Wednesday, July 27, 2011

Team Enterprises, LLC v. Western Investment Real Estate Trust

Jul 26: In the U.S. Court of Appeals, Ninth Circuit, Case No. 10-16916. Appealed from the United States District Court for the Eastern District of California. The Appeals Court explains that, "We must decide, among other things, whether the manufacturer of a machine used in the dry cleaning process may be held liable for contribution to environmental cleanup costs under the Comprehensive Environmental Response, Compensation, and Liability Act." Plaintiff-Appellant Team Enterprises, LLC (Team) has, since 1980, leased space in a shopping center in Modesto, California, where it operates a dry cleaning store. From 1980 to 2004, Team used perchlorethylene (PCE), a volatile organic compound defined as a "hazardous substance" by the State of California, in its dry cleaning operation. Team's dry cleaning machines used PCE as part of the cleaning process, thereby generating wastewater containing the chemical.
    Team used Puritan Rescue 800 filter-and-still combination equipment (Rescue 800), designed and manufactured by Defendant-Appellee R.R. Street & Co., Inc. (Street), to filter and to recycle the PCE-laden wastewater for reuse. The Rescue 800 returned distilled PCE to Team's dry cleaning machines and deposited the resulting wastewater into an open bucket. Once in the bucket, some of the remaining PCE would separate from the water, allowing Team to recapture "pure" (or visible amounts of) PCE for reuse. The remaining wastewater contained dissolved -- and invisible -- PCE. Team disposed of this wastewater by pouring it down the sewer drain. Some of the PCE then leaked into the soil, and the California Regional Water Quality Control Board deemed the affected property in need of cleanup, which Team duly performed at its own expense.
    Team sued Street and several other defendants in the Eastern District of California, for contribution under the Comprehensive Environmental Response, Compensation, and Liability Act (CERCLA). Team also alleged various state-law causes of action, including claims for trespass and nuisance. The district court granted summary judgment to Street on all claims and entered final judgment as to it. Team appealed the district court's grant of summary judgment as to Team's CERCLA, trespass, and nuisance claims. The Appeals Court affirmed the district court decision.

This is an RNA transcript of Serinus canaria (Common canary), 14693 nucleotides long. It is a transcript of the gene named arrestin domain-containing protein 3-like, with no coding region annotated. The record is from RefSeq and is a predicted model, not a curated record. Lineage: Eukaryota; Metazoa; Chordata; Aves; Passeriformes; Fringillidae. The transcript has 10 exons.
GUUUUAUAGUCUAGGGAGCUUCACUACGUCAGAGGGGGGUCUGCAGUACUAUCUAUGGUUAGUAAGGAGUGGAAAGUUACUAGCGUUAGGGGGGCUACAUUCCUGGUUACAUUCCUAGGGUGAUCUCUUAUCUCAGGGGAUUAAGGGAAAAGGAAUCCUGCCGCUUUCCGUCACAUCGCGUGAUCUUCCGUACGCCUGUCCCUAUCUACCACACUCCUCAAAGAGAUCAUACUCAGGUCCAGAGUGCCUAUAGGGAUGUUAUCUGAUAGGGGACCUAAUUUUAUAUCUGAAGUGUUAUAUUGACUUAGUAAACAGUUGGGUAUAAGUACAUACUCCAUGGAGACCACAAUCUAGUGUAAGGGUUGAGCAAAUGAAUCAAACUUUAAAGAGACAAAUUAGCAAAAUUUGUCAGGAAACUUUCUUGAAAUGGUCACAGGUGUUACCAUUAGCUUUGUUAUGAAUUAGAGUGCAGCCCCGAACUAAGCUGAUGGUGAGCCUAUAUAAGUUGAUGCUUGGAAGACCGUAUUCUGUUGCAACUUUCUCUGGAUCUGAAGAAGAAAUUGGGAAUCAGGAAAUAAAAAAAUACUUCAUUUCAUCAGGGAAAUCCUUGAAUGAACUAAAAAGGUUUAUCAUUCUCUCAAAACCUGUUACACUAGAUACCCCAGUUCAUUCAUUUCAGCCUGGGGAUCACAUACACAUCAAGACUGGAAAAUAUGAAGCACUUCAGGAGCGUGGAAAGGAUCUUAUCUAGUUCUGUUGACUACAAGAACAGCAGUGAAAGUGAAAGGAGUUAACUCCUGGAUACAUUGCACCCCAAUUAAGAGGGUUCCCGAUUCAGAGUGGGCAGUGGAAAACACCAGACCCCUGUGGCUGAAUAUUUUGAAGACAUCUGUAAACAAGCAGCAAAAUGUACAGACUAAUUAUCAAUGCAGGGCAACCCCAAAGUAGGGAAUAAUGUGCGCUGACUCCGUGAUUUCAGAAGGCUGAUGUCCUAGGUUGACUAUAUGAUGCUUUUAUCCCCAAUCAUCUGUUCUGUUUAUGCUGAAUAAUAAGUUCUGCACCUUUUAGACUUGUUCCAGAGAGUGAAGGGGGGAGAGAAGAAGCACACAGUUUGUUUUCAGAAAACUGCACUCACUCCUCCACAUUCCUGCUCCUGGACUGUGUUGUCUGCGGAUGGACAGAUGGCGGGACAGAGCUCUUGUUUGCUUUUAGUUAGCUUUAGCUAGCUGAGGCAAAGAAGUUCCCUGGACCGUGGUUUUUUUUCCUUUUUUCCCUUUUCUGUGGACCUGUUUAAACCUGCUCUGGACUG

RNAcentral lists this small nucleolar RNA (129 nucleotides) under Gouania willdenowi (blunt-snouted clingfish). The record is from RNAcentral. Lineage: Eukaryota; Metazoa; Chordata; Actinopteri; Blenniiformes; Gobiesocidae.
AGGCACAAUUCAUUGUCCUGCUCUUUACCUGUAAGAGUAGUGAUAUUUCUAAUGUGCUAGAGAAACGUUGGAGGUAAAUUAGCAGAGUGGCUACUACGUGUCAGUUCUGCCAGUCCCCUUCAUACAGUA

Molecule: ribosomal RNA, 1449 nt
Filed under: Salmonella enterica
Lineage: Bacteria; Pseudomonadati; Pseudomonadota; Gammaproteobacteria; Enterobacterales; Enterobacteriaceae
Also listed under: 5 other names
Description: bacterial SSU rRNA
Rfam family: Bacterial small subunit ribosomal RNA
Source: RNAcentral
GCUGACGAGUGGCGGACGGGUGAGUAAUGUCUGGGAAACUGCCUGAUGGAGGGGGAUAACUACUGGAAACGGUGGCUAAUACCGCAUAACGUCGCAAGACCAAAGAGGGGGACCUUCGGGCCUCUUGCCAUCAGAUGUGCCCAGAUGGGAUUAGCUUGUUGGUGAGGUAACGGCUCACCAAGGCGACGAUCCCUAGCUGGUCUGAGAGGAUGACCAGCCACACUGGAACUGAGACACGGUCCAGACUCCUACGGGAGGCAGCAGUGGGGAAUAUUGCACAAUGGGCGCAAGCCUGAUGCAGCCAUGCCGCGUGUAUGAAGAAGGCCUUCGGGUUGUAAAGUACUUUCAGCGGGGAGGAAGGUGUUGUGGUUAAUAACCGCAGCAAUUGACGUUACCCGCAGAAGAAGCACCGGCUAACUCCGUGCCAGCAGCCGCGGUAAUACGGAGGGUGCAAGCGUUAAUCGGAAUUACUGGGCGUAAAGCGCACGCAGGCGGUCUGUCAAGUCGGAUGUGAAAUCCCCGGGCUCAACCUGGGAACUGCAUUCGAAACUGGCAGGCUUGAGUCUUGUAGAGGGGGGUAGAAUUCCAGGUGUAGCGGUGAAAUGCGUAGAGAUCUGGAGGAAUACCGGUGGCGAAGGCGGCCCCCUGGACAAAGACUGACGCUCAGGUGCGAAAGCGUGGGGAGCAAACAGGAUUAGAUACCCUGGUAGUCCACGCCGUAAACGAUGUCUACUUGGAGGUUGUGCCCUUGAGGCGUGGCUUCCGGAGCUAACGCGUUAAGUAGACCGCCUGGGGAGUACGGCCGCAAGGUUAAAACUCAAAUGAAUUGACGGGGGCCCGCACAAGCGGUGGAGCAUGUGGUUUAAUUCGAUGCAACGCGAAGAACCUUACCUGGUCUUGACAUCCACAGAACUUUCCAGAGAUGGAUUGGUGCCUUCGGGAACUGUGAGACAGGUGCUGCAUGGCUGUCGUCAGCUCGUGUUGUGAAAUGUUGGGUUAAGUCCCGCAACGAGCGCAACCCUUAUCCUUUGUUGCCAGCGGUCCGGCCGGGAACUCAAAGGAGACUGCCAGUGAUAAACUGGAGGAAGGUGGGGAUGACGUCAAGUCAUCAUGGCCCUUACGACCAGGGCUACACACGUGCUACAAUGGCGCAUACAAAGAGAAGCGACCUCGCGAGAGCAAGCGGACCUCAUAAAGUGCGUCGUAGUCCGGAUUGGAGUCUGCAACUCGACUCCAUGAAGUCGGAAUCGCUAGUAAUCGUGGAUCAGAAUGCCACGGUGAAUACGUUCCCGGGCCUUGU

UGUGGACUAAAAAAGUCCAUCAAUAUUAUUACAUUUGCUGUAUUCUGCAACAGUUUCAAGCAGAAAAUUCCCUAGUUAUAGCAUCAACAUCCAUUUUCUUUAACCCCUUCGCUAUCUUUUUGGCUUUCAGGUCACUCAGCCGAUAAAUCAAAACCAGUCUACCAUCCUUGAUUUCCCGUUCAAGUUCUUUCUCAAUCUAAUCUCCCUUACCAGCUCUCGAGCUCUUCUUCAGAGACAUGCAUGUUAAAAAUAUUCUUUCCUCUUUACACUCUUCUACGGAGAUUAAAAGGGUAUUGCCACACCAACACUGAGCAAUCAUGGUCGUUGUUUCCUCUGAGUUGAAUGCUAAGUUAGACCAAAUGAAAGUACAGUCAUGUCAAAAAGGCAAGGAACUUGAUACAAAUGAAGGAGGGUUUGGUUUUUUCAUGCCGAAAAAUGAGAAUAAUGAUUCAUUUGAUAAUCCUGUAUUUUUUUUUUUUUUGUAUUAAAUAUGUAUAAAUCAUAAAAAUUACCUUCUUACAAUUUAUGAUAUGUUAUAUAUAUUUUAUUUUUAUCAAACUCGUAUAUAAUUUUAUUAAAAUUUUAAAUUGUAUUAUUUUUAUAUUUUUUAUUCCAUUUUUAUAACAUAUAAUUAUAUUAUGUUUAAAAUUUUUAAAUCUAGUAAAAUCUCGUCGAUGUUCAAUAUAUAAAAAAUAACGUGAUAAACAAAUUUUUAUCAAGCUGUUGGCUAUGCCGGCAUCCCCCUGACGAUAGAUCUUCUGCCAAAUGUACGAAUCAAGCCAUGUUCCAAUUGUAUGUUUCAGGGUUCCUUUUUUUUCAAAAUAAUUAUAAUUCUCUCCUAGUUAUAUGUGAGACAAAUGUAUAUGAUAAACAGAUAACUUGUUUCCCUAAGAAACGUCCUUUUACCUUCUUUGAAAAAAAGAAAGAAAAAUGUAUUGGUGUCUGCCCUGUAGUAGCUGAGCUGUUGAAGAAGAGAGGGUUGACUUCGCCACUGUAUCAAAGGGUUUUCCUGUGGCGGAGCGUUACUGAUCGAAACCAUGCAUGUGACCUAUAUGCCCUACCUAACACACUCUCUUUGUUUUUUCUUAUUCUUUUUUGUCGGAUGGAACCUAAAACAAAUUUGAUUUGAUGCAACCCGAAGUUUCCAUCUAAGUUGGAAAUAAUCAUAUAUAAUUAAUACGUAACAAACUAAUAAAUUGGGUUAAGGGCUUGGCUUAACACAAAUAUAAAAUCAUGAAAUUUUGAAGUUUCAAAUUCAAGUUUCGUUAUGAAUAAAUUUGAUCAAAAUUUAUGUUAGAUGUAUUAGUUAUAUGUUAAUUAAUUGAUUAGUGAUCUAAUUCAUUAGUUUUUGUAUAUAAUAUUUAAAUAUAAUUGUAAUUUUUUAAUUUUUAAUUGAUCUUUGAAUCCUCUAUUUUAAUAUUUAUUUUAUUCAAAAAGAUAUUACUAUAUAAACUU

On the CERCLA claim, the Appeals Court said, "Team does not point to any evidence in the record that Street hooked up the Rescue 800 to the sewer, that Street continued to own the Rescue 800 used in Team's store, that Street owned or possessed the PCE that Team disposed of, that Street made dumping wastewater down the drain a condition of its sales contract with Team, or that Street employees poured wastewater down the drain at Team's stores. In short, there is a dearth of evidence indicating that Street exercised actual control over Team's disposal. Accordingly, we conclude that Team has not presented evidence giving rise to a genuine dispute as to any material fact with respect to its CERCLA claim."
    The Appeals Court ruled in part, "Although Team presented evidence that Street instructed it to pour wastewater containing PCE into a bucket, there is no evidence in the record that Street 'instructed the dry cleaners to set up their equipment to discharge solvent-containing wastewater into the drains and sewers,' or that Street 'gave dry cleaners instructions to dispose of spilled [PCE] on or in the ground.' . . . And despite Team's protestations that once wastewater from the Rescue 800 had been poured into a bucket there was no alternative but to pour it down the drain, Team's alleged lack of alternatives do not indicate that Street engaged in the "kinds of affirmative acts or instructions" that would 'support a finding that [Street] assisted in creating a nuisance.'"